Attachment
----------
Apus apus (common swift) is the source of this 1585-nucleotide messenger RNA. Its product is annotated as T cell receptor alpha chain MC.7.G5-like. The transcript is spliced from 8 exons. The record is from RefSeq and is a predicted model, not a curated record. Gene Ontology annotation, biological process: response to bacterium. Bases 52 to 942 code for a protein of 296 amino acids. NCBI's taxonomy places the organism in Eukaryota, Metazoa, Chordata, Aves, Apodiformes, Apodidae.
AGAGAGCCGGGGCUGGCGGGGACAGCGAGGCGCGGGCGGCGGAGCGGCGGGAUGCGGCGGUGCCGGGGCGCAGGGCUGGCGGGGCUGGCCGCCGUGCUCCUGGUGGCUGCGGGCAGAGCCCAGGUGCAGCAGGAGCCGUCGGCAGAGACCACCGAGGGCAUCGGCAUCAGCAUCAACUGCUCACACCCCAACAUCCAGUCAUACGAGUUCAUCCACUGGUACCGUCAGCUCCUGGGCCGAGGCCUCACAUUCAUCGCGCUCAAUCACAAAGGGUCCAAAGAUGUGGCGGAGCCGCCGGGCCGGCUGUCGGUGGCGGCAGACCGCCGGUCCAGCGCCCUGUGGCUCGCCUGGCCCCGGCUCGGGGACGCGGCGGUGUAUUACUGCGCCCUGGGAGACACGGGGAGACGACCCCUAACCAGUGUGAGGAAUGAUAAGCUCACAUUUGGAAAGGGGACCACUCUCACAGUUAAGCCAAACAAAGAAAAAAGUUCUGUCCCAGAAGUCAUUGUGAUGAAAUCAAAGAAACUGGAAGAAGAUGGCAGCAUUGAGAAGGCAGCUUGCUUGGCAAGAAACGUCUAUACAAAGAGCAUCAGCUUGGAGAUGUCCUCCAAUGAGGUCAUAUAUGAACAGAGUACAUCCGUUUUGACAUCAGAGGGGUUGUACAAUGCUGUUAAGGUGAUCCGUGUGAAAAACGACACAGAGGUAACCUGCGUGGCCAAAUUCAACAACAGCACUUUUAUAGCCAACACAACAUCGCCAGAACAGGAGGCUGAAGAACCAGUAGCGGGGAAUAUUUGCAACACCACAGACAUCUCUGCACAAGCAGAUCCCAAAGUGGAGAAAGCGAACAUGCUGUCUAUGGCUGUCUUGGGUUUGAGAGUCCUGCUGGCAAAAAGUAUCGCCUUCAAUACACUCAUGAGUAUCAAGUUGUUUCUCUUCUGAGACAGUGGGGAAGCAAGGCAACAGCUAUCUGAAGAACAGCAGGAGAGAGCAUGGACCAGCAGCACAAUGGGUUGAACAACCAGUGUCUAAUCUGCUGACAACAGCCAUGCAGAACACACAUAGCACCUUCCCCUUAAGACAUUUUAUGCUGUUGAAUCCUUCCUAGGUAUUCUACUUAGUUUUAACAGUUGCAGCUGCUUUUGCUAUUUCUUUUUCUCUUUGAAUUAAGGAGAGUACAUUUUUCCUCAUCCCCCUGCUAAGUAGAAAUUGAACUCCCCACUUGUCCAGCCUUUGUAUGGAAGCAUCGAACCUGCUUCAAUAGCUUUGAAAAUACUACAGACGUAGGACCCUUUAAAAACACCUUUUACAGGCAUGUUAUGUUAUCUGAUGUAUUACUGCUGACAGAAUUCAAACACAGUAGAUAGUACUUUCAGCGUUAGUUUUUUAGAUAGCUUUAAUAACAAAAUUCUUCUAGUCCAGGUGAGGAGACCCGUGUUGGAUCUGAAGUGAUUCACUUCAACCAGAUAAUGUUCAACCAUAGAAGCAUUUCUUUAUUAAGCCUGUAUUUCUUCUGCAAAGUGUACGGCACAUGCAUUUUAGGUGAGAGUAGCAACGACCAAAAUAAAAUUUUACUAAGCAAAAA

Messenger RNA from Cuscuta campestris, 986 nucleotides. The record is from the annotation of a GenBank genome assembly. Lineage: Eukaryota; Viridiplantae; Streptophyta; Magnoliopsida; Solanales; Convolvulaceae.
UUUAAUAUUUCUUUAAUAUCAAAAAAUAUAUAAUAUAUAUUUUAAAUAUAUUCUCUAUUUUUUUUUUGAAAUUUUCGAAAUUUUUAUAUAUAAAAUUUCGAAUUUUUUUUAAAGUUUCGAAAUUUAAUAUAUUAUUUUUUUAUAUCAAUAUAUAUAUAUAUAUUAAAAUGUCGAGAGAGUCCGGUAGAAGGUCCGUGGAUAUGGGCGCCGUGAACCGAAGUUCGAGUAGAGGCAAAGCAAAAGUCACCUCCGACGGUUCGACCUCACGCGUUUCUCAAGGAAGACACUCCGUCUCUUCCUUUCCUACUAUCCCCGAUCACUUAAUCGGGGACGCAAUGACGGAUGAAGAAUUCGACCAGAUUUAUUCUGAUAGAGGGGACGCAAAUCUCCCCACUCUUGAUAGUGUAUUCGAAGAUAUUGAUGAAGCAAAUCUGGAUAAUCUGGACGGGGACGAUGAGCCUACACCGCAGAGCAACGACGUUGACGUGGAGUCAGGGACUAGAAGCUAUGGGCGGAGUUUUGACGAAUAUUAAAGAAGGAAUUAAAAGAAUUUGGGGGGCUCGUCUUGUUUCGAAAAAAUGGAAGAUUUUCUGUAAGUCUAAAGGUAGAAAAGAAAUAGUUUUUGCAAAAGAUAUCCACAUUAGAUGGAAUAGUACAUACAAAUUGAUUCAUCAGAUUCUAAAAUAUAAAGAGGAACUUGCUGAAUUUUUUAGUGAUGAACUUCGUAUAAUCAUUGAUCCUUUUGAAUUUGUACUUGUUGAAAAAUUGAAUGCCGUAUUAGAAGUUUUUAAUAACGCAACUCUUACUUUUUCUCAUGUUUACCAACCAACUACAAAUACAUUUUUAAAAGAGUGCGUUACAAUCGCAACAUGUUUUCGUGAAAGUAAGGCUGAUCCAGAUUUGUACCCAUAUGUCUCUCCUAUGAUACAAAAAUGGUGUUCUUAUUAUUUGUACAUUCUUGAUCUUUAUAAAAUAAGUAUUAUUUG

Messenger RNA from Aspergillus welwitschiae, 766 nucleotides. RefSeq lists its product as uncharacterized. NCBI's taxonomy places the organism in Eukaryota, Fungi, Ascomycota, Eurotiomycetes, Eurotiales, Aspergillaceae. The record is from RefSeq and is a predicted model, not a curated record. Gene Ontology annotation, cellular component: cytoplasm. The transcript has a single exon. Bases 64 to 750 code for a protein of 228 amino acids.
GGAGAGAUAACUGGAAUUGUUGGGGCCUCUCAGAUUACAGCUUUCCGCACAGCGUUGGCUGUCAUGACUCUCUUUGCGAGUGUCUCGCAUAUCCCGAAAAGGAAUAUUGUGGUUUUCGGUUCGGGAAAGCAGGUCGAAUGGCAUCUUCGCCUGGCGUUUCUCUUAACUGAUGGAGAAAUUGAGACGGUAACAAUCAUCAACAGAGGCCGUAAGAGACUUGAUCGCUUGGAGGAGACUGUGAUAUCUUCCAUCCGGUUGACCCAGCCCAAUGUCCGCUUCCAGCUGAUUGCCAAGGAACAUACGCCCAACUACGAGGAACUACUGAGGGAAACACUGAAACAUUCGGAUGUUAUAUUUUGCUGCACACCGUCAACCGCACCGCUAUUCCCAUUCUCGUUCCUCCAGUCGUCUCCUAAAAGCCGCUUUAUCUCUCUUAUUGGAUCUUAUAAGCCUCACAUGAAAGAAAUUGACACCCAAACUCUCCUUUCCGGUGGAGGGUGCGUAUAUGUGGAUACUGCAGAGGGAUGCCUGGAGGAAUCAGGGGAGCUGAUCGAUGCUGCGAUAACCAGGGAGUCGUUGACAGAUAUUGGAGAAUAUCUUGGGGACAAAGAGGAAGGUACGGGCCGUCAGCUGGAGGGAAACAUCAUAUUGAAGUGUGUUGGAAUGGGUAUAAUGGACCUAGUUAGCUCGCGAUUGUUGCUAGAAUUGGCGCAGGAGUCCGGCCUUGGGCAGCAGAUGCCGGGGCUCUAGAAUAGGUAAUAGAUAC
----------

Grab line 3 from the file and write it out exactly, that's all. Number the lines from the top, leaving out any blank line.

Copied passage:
Messenger RNA from Cuscuta campestris, 986 nucleotides. The record is from the annotation of a GenBank genome assembly. Lineage: Eukaryota; Viridiplantae; Streptophyta; Magnoliopsida; Solanales; Convolvulaceae.